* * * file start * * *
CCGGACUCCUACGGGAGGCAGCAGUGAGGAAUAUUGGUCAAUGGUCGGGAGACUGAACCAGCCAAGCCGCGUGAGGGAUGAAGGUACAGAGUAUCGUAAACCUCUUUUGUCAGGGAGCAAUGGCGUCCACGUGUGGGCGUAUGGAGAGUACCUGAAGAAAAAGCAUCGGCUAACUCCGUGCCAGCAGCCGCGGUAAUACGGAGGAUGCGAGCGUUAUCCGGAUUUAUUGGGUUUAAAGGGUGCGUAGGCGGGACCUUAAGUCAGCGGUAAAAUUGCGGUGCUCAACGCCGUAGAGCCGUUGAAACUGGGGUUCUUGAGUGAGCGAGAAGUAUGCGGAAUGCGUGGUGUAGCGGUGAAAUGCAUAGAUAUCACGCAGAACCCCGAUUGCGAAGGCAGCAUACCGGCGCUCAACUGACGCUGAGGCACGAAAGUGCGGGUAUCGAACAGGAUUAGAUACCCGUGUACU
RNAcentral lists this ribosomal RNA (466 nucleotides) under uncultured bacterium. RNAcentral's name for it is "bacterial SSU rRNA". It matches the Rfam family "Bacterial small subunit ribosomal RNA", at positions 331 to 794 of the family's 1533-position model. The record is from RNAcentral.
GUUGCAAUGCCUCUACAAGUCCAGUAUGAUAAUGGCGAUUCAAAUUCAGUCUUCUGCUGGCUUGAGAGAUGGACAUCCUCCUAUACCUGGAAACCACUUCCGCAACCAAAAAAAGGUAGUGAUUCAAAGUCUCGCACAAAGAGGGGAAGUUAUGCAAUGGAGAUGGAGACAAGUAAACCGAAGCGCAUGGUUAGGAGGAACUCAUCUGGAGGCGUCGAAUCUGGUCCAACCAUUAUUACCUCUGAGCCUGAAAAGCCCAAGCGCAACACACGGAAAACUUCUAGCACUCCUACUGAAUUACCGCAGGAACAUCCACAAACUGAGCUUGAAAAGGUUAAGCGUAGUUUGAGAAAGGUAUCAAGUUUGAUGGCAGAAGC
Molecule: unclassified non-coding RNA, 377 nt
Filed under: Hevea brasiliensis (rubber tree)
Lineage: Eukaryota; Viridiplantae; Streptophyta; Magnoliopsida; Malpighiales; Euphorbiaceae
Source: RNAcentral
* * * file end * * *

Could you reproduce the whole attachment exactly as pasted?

CCGGACUCCUACGGGAGGCAGCAGUGAGGAAUAUUGGUCAAUGGUCGGGAGACUGAACCAGCCAAGCCGCGUGAGGGAUGAAGGUACAGAGUAUCGUAAACCUCUUUUGUCAGGGAGCAAUGGCGUCCACGUGUGGGCGUAUGGAGAGUACCUGAAGAAAAAGCAUCGGCUAACUCCGUGCCAGCAGCCGCGGUAAUACGGAGGAUGCGAGCGUUAUCCGGAUUUAUUGGGUUUAAAGGGUGCGUAGGCGGGACCUUAAGUCAGCGGUAAAAUUGCGGUGCUCAACGCCGUAGAGCCGUUGAAACUGGGGUUCUUGAGUGAGCGAGAAGUAUGCGGAAUGCGUGGUGUAGCGGUGAAAUGCAUAGAUAUCACGCAGAACCCCGAUUGCGAAGGCAGCAUACCGGCGCUCAACUGACGCUGAGGCACGAAAGUGCGGGUAUCGAACAGGAUUAGAUACCCGUGUACU
RNAcentral lists this ribosomal RNA (466 nucleotides) under uncultured bacterium. RNAcentral's name for it is "bacterial SSU rRNA". It matches the Rfam family "Bacterial small subunit ribosomal RNA", at positions 331 to 794 of the family's 1533-position model. The record is from RNAcentral.
GUUGCAAUGCCUCUACAAGUCCAGUAUGAUAAUGGCGAUUCAAAUUCAGUCUUCUGCUGGCUUGAGAGAUGGACAUCCUCCUAUACCUGGAAACCACUUCCGCAACCAAAAAAAGGUAGUGAUUCAAAGUCUCGCACAAAGAGGGGAAGUUAUGCAAUGGAGAUGGAGACAAGUAAACCGAAGCGCAUGGUUAGGAGGAACUCAUCUGGAGGCGUCGAAUCUGGUCCAACCAUUAUUACCUCUGAGCCUGAAAAGCCCAAGCGCAACACACGGAAAACUUCUAGCACUCCUACUGAAUUACCGCAGGAACAUCCACAAACUGAGCUUGAAAAGGUUAAGCGUAGUUUGAGAAAGGUAUCAAGUUUGAUGGCAGAAGC
Molecule: unclassified non-coding RNA, 377 nt
Filed under: Hevea brasiliensis (rubber tree)
Lineage: Eukaryota; Viridiplantae; Streptophyta; Magnoliopsida; Malpighiales; Euphorbiaceae
Source: RNAcentral